Mortehoe is mentioned in the Doomsday Book due to its various number of ‘interesting features’, which include a barrel-roofed 13th century church. It’s also the ideal spot from where to start a walk along some of Devon’s most stunning coastline including Morte Point, Bull Point and Rockham Bay.
Where to eat and drink: The Chichester Arms is a dog-friendly pub that provides a delicious Sunday roast while Miss Fea’s Café – part of The Smugglers Rest B&B – produce many home-baked treats within their vintage-inspired interior.
Up until the 16th century religious devotees would make the journey to Chittlehampton to visit St Hieritha’s church and Saint Urith’s holy well. Today the church is still the village’s major attraction for both bell-ringers and anyone who appreciates the design of its distinctive tower.
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After coming from the direction of Umberleigh you’ll pass a selection of pretty thatched and brick homes before the village eventually opens up into a square with a water pump at its centre. As you carry on past the square along the narrow East Street, try to pick out which of the hedge-lined homes you’d love to own one day.
Where to eat and drink: Chittlehampton is not jam-packed with places to eat so if you want to stay in the area your only option will really be The Bell Inn, a traditional pub that looks out onto the square we mentioned earlier.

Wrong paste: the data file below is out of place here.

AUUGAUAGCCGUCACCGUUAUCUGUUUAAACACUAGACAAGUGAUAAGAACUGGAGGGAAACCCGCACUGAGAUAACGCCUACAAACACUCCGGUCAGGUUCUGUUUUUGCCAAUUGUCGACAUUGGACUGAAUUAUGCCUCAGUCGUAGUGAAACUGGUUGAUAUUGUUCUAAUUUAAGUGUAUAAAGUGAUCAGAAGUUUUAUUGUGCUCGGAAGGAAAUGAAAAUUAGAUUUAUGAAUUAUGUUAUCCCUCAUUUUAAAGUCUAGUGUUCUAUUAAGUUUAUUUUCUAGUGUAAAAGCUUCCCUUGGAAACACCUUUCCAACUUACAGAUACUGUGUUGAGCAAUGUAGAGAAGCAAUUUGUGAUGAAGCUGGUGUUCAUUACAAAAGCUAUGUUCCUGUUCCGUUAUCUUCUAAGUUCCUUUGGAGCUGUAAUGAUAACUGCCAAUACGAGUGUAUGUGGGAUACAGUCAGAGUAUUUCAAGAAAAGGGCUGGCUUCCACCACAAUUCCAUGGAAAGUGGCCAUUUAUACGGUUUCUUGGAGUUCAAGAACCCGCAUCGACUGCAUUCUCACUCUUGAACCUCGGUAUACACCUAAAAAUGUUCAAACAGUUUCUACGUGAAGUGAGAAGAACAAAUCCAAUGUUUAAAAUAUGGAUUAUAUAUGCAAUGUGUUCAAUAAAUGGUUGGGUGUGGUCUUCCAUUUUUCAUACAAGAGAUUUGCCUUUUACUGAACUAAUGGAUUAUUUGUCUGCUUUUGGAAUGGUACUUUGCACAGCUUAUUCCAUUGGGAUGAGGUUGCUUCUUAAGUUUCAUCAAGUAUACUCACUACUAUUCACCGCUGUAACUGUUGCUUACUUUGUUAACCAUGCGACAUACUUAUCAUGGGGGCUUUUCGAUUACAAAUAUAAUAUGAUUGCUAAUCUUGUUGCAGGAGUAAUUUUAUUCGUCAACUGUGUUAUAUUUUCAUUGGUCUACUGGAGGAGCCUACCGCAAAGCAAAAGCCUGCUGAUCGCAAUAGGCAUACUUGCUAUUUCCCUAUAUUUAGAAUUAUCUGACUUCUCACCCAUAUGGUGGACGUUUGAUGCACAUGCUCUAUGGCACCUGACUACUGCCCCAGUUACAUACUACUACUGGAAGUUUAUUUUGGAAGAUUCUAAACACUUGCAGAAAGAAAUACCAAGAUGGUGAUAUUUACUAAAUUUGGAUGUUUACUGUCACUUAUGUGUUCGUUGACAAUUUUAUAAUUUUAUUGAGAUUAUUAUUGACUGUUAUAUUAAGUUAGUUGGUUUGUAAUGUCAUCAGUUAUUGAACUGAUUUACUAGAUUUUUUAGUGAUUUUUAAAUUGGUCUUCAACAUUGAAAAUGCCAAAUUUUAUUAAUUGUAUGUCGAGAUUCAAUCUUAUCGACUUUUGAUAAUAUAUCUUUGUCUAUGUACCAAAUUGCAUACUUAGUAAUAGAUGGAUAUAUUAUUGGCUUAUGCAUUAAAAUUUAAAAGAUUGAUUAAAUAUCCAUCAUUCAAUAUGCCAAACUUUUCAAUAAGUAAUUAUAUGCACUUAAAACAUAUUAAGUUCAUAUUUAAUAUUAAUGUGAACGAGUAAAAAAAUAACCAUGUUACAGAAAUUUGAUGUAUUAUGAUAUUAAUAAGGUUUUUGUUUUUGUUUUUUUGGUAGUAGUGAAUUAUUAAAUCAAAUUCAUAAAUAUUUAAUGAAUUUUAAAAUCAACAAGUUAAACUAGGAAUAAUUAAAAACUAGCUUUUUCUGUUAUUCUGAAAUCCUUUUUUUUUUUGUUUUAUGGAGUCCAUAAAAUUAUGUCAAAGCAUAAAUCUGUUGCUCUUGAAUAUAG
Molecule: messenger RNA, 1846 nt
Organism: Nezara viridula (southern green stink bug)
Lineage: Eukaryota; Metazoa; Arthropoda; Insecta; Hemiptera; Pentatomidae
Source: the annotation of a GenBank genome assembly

Said to be the largest village in the North Devon district, Braunton lies just two miles from the sea. The name ‘Braunton’ comes from St Brannock, who was a missionary from South Wales and converted many people to Christianity in 550AD.
Explaining the work of St Brannock, there is a museum in Braunton which is mostly centred around traditional industries such as fishing, farming and sea-faring. Braunton was once a port in its own right but is now perhaps best known for its proximity to Braunton Burrows and Saunton Sands, two areas of significant scientific interest that have often been used as filming locations.
Where to eat and drink: The Riverside is a family-run restaurant that - as the name would suggest - sits right next to the River Caen serving food created with ingredients sourced from the family farm. For a taste of Thailand head just down the road from The Riverside to The Siam Bistro.